7 Signs of a Weak Church Leader

Have you ever known a weak leader? They’re usually easy to spot.

Weak church Leader

A youth pastor emailed me about a weak church leader. He’s frustrated his pastor continually caves into the pressures of a few leaders in the church. They are not supportive of the youth ministry, even though it’s the fastest growing area of the church.

The complaint they have? The ministry is costing far more than it brings into the church. Young people are coming to the church in growing numbers, but without their parents. Young people don’t usually contribute to the church, so it’s causing an issue with some of the deacons.

The pastor was involved and supportive in the expansion of youth ministries and the church is financially sound, but a few deacons consider it an “unprofitable” ministry.

The pastor’s solution? Cut back on the youth ministry expenditures to keep the deacons happy.

I’d love to tell you this is an isolated issue, but I’ve written about these type of situations before. Obviously, I don’t have all the facts, but based on what I do know, it sounds like the pastor is a weak leader.

And, I hate labeling a pastor weak on anything. Certainly I’ve been weak on many things. Preaching. Shepherding. Staff development. And, yes, leading. You name it—I’ve been weak.

But, we have to label the problem before we can hope to find solutions.

Have you ever known a weak leader? They’re usually easy to spot.

Here are seven signs of a weak leader:

Runs from conflict. They avoid it at any cost. They usually say what you want to hear. They are passive-aggressive. They cave to the loudest voices. They disappear when trouble develops. You’ll never see them in the crowd when there’s a controversy looming. They hide better than they engage when people are upset about something or things aren’t going so well.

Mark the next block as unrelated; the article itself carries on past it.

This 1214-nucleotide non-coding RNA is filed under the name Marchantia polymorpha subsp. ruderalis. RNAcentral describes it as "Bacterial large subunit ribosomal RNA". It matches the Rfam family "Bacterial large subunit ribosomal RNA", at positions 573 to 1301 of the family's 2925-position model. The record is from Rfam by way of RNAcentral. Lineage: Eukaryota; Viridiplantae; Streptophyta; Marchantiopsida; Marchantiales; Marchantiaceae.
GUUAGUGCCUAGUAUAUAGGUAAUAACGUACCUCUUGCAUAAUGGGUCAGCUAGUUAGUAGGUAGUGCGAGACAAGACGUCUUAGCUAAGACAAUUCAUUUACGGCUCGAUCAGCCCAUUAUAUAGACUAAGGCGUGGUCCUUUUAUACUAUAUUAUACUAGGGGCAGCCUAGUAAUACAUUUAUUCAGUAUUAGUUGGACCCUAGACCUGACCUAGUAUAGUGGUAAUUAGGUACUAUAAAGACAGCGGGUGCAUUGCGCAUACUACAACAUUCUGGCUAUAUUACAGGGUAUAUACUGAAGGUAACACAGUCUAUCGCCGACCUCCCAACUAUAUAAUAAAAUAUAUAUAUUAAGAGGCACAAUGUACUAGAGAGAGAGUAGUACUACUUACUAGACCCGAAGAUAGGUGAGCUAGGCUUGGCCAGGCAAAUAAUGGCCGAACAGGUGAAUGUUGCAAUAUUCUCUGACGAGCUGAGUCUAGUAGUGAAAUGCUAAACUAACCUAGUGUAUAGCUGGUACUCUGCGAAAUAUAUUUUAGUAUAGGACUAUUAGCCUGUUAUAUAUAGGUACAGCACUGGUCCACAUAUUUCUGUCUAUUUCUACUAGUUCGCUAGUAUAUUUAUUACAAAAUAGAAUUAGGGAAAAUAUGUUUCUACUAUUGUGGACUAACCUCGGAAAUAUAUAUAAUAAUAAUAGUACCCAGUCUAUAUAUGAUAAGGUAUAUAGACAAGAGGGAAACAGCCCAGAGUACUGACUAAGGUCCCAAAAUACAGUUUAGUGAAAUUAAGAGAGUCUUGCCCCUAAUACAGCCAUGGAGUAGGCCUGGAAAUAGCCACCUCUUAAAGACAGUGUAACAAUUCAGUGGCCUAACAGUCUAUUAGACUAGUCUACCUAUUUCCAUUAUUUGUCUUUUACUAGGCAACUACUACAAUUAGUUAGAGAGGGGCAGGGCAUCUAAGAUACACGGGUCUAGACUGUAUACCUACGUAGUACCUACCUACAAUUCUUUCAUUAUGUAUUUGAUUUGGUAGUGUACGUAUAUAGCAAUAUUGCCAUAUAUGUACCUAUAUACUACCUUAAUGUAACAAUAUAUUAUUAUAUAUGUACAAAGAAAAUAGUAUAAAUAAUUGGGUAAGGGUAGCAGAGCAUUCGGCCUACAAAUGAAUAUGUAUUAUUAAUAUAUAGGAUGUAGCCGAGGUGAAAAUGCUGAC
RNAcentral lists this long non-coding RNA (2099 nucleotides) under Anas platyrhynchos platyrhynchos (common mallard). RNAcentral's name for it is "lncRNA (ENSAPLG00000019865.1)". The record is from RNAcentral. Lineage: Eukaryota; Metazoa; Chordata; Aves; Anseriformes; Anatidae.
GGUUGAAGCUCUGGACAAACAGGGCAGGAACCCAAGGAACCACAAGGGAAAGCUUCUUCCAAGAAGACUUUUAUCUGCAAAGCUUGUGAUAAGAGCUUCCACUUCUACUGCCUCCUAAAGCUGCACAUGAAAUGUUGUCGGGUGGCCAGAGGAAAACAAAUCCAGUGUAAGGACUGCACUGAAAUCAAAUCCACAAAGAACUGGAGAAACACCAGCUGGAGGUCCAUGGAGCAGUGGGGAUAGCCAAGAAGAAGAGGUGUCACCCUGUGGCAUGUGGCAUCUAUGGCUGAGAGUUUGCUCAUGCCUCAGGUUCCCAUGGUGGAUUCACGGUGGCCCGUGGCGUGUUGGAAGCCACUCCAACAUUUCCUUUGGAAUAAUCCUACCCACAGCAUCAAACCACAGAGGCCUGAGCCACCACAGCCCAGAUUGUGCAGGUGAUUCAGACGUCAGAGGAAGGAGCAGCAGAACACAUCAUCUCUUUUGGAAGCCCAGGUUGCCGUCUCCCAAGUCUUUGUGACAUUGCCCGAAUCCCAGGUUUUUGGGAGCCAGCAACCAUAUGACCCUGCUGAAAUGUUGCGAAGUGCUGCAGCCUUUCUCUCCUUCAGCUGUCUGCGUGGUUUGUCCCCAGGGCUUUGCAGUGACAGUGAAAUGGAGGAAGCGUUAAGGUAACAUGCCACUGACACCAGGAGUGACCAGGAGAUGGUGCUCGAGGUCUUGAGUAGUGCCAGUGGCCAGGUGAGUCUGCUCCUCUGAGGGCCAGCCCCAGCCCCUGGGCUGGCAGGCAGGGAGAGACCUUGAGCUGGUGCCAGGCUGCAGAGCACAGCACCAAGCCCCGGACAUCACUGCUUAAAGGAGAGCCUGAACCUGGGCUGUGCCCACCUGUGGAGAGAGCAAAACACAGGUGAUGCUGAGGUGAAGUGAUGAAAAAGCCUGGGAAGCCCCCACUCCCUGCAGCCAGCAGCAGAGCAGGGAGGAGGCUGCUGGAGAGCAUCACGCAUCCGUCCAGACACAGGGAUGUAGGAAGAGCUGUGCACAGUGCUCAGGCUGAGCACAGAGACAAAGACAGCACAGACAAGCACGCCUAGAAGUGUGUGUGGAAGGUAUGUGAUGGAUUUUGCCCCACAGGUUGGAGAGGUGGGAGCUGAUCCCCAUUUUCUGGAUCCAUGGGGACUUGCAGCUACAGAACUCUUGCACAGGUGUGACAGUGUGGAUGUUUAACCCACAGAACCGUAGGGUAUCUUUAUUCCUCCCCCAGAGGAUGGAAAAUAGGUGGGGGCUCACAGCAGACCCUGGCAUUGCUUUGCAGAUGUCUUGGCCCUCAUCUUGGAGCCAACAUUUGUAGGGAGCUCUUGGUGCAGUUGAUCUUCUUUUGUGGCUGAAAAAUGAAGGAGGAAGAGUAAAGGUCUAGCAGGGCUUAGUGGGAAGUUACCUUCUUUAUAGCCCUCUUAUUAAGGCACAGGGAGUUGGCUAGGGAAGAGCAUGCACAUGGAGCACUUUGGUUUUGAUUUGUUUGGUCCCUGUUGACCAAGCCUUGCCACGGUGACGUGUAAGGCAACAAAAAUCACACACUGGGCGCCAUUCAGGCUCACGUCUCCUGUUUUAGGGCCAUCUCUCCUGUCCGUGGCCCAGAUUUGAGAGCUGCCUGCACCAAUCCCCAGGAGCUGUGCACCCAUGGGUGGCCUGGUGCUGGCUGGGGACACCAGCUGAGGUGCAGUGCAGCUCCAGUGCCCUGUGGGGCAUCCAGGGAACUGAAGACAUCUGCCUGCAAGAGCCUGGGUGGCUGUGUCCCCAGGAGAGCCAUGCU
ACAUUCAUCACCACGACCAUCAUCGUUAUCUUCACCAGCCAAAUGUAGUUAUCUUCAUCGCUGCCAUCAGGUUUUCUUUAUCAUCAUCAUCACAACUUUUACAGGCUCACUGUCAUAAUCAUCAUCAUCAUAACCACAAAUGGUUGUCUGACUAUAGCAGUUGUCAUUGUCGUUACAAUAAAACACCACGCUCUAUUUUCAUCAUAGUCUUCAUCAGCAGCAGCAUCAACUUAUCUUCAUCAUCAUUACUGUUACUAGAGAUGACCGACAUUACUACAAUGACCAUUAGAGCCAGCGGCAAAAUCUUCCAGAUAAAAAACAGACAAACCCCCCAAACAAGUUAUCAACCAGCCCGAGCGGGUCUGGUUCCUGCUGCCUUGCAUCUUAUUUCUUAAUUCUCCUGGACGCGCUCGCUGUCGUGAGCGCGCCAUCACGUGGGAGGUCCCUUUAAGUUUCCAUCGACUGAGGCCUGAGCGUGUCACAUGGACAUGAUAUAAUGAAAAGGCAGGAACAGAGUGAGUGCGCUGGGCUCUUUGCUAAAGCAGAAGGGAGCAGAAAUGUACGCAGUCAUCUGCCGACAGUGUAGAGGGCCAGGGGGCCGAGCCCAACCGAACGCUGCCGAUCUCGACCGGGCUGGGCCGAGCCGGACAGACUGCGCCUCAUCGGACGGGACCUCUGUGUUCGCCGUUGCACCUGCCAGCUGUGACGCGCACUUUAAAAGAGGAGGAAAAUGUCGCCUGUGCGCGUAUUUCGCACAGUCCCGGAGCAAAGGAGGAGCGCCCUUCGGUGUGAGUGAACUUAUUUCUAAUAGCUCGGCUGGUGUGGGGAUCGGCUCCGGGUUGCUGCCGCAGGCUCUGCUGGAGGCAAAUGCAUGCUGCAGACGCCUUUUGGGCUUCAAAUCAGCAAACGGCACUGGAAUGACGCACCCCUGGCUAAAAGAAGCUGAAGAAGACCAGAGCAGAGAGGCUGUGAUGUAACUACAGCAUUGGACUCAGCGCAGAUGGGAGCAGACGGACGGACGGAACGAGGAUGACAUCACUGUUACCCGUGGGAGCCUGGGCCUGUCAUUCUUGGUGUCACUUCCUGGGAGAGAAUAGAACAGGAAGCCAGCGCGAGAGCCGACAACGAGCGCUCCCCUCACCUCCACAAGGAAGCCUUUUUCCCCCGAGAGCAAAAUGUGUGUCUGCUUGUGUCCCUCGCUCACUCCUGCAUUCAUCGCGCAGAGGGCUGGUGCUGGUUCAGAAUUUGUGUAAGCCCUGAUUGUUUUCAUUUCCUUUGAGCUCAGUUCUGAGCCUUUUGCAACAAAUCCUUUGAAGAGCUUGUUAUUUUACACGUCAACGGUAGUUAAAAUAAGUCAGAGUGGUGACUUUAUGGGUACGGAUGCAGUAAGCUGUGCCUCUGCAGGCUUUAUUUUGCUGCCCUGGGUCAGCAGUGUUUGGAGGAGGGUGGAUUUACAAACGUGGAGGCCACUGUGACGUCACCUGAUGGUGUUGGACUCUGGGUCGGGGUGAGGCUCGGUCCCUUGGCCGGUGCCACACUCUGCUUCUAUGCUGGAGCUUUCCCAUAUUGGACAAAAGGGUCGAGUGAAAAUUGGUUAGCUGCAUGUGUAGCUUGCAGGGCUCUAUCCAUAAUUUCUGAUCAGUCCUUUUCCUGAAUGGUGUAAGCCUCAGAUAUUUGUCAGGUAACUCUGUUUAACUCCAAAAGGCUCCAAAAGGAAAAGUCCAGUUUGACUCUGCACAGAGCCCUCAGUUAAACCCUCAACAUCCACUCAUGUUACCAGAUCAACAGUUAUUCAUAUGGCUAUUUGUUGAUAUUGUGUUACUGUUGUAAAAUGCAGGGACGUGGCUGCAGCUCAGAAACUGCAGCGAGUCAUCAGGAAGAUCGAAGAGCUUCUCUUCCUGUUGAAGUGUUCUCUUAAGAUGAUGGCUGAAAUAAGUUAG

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Hides all flaws. They have a lot of excuses—and, they often pretend to know it all. They don’t want you to know the “real” them—the them which may be lacking in some area. They will “try to” make you think they have it together more than they really do—and, you might believe it—for a while. These leaders are often afraid if they appear to be weak (how ironic) you may not respect them—or they might even lose their job.

(Of course, wise leaders learn to build a team which can bring strength around their weaknesses.)

Can’t accept criticism. They don’t take well to correction. They pout. Get angry, perhaps—may even seek revenge.

Quick to pass blame. They can never admit a personal mistake. They are consummate fault-finders. It’s always someone else’s error. It’s the economy, or the culture, or the lack of volunteers. They keep people under their authority by labeling others with the faults of the organization. In fact, according to a weak leader, you probably couldn’t do “it” without them.

Leads by control. They want you to believe they’ve “got this.” They don’t, but it feels better to them than the alternative. They keep people under their authority, never empower and seldom delegate, because they are afraid of losing their power position.

Shies away from difficult decisions. They can’t make the hard calls. They can’t lead in a new direction because the opposition will be too strong for them. They stay in the safe zone—sameness is their friend.

Appeases critics and complainers. The louder you are the more likely a weak leader will cave to your demands. They don’t want you to be unhappy—especially with them.

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I sound rather harsh towards a weak leader—don’t I? But, as I said, I’ve been—and sometimes can be—that leader. I share this as a check for our own leadership. We need strong, capable leadership—especially among our people of faith. Let’s lead. Let’s lead well. Let’s “stand firm” and “let nothing move us” (1 Corinthians 15:58).

What would you suggest this youth leader do?

Ron Edmondson
Ron Edmondson is a pastor and church leader passionate about planting churches, helping established churches thrive, and assisting pastors and those in ministry think through leadership, strategy and life. Ron has over 20 years business experience, mostly as a self-employed business owner, and he's been helping church grow vocationally for over 10 years.
  • Charles

    Thank you for this article. This has come up time and again. While I have advocated addressing things timely to maintain a strong church family, I have heard of others NOT addressing issues and losing their faith in the leadership. This just confirms my need to remain transparent, open and honest about the Word, Him and His son at every turn.

  • Rick Ratzlaff

    Quit. He’s a round peg in a square hole that God did not design for him. He’s assumed he’s a leader.
    Or study Eph deeplyly, realize who he is in Christ. Read his Biblle several time a year to gain discernment. Be a man of prayer (extra ordinary) the lift your chin and realize that IF God has made something clear, speak in “truth and grace”.